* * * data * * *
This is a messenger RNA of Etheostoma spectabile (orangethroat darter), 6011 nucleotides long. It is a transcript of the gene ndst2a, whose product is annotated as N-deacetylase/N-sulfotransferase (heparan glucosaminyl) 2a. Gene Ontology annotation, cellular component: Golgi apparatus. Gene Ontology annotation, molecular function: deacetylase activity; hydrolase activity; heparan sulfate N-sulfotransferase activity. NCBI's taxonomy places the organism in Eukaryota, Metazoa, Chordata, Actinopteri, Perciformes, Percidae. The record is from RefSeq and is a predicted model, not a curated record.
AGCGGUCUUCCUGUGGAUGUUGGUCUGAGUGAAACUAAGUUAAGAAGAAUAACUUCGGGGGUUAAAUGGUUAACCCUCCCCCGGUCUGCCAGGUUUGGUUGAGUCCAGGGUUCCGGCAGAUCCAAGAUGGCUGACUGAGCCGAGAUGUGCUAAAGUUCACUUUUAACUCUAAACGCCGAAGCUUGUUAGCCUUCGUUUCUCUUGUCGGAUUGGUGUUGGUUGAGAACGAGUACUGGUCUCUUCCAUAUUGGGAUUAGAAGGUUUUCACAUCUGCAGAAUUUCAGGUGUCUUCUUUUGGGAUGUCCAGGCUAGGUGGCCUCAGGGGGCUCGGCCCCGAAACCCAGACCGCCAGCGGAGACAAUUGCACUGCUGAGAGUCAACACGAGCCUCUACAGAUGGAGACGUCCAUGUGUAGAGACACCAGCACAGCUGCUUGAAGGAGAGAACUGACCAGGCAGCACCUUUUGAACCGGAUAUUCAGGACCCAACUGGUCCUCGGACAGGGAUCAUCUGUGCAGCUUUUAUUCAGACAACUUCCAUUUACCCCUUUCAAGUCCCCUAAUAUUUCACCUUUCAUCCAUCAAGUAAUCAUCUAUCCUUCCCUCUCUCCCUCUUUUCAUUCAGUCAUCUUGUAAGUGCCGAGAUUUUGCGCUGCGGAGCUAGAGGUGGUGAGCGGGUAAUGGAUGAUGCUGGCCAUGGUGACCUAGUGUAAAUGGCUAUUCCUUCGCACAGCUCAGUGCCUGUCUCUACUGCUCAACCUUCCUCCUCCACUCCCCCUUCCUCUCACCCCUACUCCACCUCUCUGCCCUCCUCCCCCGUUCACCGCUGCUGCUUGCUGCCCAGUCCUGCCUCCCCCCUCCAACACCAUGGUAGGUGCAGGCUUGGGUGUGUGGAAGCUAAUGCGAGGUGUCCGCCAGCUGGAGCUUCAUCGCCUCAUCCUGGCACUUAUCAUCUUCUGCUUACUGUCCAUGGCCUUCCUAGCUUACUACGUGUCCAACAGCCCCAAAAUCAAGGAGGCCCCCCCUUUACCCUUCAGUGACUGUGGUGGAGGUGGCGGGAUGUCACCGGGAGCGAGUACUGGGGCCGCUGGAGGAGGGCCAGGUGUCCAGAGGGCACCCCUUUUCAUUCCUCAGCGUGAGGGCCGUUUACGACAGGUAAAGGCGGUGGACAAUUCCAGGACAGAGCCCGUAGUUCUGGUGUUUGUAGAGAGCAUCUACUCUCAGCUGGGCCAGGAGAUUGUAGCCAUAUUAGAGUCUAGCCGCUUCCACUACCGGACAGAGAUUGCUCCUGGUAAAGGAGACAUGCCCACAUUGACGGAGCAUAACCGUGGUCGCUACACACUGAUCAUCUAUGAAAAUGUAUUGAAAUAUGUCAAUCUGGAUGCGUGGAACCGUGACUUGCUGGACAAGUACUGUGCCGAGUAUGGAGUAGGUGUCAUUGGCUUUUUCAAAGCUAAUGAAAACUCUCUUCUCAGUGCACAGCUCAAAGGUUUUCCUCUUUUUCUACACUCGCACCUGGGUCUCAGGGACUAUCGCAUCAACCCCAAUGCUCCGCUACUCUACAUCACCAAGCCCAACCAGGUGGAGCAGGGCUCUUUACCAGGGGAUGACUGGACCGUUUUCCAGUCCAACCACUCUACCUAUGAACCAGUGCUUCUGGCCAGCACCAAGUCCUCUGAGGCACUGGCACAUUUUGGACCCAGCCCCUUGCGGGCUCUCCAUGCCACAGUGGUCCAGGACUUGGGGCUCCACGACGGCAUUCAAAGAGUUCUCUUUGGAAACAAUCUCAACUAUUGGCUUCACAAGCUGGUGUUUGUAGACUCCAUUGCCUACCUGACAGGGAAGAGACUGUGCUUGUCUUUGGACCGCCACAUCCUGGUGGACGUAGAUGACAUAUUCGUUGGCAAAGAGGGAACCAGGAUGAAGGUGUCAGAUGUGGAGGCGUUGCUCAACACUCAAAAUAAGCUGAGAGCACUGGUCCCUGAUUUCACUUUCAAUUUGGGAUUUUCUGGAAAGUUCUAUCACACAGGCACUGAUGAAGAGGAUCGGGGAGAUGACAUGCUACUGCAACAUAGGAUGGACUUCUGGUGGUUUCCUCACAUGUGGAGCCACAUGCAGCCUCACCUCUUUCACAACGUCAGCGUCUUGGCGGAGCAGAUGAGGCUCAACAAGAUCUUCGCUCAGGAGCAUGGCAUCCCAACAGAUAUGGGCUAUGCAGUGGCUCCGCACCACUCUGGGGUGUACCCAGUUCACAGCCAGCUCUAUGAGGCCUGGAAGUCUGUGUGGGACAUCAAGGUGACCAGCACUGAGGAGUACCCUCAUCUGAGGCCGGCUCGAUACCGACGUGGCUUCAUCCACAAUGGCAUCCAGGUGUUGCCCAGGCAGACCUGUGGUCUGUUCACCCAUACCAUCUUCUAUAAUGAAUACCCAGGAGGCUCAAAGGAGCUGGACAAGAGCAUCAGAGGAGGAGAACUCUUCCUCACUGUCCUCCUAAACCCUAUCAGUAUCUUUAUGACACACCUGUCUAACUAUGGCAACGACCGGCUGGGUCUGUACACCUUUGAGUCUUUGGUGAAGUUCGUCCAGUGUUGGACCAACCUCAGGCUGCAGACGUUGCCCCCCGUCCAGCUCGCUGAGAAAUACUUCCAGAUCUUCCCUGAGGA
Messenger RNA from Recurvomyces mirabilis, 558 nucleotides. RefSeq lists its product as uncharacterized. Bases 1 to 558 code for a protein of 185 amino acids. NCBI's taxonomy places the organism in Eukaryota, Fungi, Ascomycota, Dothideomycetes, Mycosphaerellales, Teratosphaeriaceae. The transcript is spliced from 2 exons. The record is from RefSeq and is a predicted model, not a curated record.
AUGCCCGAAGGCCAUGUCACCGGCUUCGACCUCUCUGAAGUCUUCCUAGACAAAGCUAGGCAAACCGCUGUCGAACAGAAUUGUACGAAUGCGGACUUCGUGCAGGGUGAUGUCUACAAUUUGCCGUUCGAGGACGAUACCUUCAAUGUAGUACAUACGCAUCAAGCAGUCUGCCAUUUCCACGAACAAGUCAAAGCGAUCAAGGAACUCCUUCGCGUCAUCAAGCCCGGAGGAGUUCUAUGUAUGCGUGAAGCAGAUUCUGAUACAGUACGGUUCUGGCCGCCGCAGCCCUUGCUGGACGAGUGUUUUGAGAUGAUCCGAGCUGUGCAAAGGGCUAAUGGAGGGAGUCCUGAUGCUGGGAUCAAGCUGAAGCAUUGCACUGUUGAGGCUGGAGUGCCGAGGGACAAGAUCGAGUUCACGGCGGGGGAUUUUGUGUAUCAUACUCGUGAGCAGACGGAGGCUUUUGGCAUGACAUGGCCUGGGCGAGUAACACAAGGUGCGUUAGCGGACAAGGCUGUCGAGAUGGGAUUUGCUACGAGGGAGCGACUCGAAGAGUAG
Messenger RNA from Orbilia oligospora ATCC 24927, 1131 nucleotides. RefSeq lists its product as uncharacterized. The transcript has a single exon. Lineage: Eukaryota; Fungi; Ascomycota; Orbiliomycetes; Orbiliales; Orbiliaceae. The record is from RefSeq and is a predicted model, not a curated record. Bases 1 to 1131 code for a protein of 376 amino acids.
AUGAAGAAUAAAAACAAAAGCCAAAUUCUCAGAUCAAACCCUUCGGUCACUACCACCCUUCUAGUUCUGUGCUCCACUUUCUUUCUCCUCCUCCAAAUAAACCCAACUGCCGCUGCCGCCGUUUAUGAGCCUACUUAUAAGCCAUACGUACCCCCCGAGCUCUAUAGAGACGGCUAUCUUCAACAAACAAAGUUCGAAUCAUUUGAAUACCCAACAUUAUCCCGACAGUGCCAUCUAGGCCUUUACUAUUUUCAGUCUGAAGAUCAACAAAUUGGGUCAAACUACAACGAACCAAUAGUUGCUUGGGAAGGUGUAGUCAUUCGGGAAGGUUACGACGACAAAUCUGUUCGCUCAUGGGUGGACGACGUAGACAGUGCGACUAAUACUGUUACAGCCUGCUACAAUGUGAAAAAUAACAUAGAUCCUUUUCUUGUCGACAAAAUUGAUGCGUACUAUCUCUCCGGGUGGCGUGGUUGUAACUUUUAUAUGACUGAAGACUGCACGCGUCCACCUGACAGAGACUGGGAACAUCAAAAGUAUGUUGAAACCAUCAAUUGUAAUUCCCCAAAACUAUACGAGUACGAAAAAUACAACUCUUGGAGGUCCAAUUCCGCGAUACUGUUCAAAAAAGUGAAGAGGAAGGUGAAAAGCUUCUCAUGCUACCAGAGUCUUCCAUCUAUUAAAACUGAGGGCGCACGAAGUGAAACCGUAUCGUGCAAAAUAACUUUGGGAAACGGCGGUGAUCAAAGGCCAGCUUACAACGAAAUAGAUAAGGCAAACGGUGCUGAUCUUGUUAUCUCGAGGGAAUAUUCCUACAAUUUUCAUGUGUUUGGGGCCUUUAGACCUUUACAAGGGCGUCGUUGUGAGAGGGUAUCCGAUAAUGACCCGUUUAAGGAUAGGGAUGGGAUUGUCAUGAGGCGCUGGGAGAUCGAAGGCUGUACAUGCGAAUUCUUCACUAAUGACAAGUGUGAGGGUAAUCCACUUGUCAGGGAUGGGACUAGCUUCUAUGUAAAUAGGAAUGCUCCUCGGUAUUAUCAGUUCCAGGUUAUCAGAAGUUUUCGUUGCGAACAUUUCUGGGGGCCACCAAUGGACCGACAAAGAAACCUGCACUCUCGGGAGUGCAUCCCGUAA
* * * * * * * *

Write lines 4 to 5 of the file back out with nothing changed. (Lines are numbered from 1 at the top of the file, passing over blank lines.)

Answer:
AUGCCCGAAGGCCAUGUCACCGGCUUCGACCUCUCUGAAGUCUUCCUAGACAAAGCUAGGCAAACCGCUGUCGAACAGAAUUGUACGAAUGCGGACUUCGUGCAGGGUGAUGUCUACAAUUUGCCGUUCGAGGACGAUACCUUCAAUGUAGUACAUACGCAUCAAGCAGUCUGCCAUUUCCACGAACAAGUCAAAGCGAUCAAGGAACUCCUUCGCGUCAUCAAGCCCGGAGGAGUUCUAUGUAUGCGUGAAGCAGAUUCUGAUACAGUACGGUUCUGGCCGCCGCAGCCCUUGCUGGACGAGUGUUUUGAGAUGAUCCGAGCUGUGCAAAGGGCUAAUGGAGGGAGUCCUGAUGCUGGGAUCAAGCUGAAGCAUUGCACUGUUGAGGCUGGAGUGCCGAGGGACAAGAUCGAGUUCACGGCGGGGGAUUUUGUGUAUCAUACUCGUGAGCAGACGGAGGCUUUUGGCAUGACAUGGCCUGGGCGAGUAACACAAGGUGCGUUAGCGGACAAGGCUGUCGAGAUGGGAUUUGCUACGAGGGAGCGACUCGAAGAGUAG
Messenger RNA from Orbilia oligospora ATCC 24927, 1131 nucleotides. RefSeq lists its product as uncharacterized. The transcript has a single exon. Lineage: Eukaryota; Fungi; Ascomycota; Orbiliomycetes; Orbiliales; Orbiliaceae. The record is from RefSeq and is a predicted model, not a curated record. Bases 1 to 1131 code for a protein of 376 amino acids.